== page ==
The nature or genre of the resource. Recommended best practice is to use a controlled vocabulary such as the DCMI Type Vocabulary [DCMITYPE]. To describe the file format, physical medium, or dimensions of the resource, use the Format element.” For more information on the Dublin Core type taxonomy, see http://dublincore.org/documents/dcmi-type-vocabulary/.
Select a value from the drop-down menu. The values are drawn from the “Dublin Core Types” taxonomy. AtoM comes with the DCMI TYPE terms prepopulated in the taxonomy.
These two fields can be used to add lower levels to a collection level description. Click “Add new” to create as many child levels as necessary.
Identifier: The unambiguous reference code used to uniquely identify the child-level resource.
Title: The name given to the child-level resource.
“The file format, physical medium, or dimensions of the resource. Examples of dimensions include size and duration. Format may be used to determine the software, hardware or other equipment needed to display or operate the resource.Recommended best practice is to use a controlled vocabulary such as the list of Internet Media Types [MIME].”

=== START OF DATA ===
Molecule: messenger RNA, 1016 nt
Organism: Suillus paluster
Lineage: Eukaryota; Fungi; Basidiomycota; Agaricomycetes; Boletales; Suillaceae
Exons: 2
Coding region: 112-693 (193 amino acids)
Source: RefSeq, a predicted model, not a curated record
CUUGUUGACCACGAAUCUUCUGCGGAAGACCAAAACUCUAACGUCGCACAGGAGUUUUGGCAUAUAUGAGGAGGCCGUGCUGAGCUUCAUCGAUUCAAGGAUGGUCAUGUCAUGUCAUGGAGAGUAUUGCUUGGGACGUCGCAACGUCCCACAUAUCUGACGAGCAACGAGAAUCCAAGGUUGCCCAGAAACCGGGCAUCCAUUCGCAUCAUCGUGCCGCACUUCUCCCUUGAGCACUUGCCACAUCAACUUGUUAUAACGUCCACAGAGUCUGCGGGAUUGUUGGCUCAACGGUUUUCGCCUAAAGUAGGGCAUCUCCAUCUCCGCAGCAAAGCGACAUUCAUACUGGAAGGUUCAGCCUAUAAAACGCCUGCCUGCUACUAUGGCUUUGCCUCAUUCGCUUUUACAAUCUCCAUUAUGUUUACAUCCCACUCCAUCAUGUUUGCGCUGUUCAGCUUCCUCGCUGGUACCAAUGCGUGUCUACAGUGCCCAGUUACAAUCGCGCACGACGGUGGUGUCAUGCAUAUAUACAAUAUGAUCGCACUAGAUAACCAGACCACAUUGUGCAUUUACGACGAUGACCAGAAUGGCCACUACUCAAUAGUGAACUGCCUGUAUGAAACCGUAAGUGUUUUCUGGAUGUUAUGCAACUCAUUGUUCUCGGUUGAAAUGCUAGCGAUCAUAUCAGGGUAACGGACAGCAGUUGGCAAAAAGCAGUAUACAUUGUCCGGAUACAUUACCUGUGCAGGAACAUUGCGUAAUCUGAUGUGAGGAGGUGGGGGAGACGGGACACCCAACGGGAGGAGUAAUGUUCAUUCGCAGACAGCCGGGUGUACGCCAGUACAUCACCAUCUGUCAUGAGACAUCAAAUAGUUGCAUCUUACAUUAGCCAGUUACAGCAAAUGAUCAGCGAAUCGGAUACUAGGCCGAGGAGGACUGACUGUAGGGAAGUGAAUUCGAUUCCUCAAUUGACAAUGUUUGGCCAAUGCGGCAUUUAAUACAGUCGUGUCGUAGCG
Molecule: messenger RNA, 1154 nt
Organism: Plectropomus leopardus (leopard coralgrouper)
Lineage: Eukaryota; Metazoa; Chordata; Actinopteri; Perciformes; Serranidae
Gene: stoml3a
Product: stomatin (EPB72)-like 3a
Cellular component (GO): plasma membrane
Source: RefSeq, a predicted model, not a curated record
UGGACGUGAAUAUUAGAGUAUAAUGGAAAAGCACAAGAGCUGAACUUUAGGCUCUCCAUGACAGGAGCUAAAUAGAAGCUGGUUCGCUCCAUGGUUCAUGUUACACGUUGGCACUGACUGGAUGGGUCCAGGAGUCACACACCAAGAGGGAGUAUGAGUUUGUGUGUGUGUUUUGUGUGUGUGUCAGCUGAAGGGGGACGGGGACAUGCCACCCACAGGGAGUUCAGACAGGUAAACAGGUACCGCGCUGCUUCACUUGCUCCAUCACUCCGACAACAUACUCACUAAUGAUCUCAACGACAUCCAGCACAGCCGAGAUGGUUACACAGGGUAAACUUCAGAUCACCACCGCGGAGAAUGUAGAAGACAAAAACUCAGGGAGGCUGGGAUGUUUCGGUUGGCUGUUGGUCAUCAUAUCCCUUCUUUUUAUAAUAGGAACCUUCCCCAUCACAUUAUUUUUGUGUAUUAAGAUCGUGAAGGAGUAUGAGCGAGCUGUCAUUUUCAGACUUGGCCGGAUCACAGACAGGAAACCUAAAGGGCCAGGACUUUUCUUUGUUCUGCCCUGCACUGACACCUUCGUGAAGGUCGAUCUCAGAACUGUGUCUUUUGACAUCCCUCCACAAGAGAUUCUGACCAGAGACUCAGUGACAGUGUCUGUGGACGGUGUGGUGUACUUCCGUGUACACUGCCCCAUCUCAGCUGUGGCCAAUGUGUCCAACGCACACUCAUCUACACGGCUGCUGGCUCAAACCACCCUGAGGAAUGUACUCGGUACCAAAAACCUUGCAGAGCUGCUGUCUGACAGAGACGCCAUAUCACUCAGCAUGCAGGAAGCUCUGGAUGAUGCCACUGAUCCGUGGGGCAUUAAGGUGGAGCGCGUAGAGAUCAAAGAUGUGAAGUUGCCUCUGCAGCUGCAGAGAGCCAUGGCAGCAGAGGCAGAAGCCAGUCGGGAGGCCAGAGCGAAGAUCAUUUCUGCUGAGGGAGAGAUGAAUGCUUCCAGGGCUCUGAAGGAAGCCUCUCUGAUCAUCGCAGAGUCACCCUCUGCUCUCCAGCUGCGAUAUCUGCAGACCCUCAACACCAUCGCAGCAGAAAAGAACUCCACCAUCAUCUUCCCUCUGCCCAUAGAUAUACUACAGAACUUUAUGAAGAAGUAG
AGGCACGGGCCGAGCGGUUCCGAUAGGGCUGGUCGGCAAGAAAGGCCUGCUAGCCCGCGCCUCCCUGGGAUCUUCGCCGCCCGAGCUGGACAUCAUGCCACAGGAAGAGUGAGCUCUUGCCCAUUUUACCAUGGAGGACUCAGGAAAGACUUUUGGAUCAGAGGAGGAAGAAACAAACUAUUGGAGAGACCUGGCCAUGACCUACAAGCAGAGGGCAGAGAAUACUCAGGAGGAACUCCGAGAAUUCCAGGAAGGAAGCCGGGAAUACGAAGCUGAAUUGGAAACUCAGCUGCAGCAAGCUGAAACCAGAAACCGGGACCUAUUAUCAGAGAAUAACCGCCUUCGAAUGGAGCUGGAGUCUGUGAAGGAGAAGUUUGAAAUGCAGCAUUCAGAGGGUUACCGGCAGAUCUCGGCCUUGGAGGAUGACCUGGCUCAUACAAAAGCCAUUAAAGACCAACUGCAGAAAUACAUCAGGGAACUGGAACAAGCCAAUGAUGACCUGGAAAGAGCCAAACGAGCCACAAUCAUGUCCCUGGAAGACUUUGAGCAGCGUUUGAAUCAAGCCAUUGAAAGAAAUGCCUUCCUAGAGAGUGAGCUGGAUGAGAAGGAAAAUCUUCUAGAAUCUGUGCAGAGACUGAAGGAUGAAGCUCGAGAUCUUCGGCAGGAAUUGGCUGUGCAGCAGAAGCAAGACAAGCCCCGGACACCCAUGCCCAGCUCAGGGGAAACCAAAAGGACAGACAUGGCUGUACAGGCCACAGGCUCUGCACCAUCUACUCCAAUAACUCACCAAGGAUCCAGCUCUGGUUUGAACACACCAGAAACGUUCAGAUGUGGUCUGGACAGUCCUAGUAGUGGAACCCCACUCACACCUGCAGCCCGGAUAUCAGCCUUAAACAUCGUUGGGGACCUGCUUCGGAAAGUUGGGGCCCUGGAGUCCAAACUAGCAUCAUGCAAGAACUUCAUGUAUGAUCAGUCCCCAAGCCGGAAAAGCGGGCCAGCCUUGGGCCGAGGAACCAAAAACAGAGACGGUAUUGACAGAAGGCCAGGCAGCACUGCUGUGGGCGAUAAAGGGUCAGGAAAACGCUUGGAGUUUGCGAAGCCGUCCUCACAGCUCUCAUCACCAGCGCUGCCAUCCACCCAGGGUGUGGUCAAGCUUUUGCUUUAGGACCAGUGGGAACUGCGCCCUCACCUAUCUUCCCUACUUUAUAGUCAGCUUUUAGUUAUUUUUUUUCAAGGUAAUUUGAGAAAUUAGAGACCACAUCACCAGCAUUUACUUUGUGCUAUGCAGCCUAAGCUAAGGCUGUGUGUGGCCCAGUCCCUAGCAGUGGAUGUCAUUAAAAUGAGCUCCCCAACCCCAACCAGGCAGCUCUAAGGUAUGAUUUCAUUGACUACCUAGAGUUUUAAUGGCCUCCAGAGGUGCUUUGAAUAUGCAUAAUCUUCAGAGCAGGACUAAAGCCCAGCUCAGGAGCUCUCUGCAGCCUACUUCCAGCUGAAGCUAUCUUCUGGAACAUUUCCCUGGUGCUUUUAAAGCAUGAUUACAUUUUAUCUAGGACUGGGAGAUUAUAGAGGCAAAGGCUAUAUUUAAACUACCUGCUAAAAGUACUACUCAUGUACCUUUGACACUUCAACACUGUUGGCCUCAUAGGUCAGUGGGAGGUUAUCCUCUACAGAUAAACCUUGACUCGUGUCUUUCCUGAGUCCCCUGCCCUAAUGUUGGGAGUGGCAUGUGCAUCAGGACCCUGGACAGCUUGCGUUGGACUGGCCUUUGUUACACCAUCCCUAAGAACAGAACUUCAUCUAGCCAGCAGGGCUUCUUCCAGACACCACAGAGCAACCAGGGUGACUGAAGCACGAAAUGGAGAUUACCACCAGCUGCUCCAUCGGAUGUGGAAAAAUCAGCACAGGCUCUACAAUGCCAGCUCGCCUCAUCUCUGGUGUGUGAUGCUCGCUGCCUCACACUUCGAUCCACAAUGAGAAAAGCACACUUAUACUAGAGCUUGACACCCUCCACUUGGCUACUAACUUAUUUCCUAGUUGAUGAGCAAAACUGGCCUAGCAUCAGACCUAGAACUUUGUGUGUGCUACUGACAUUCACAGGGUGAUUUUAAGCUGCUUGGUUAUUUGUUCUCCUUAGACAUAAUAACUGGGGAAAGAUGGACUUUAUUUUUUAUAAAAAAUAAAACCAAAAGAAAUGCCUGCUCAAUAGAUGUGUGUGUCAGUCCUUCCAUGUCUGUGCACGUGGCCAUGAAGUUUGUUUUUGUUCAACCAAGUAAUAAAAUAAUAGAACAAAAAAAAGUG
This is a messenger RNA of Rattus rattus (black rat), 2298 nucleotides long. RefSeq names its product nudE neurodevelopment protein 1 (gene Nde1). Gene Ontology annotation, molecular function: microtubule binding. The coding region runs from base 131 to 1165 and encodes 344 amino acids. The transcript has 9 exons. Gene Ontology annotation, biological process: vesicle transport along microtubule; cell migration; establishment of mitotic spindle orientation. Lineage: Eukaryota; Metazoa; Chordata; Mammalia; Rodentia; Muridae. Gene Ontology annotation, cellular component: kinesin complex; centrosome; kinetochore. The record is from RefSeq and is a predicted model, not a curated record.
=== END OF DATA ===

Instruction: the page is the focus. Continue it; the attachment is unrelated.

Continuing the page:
If the resource you are currently describing is already linked to a digital object, the Internet Media Types (MIME) will be added automatically upon output. It is recommended that you avoid duplicating those values here.
“A related resource from which the described resource is derived. The described resource may be derived from the related resource in whole or in part.” Recommended best practice is to identify the related resource by means of a string conforming to a formal identification system.
“A language of the resource. Recommended best practice is to use a controlled vocabulary such as RFC 4646.”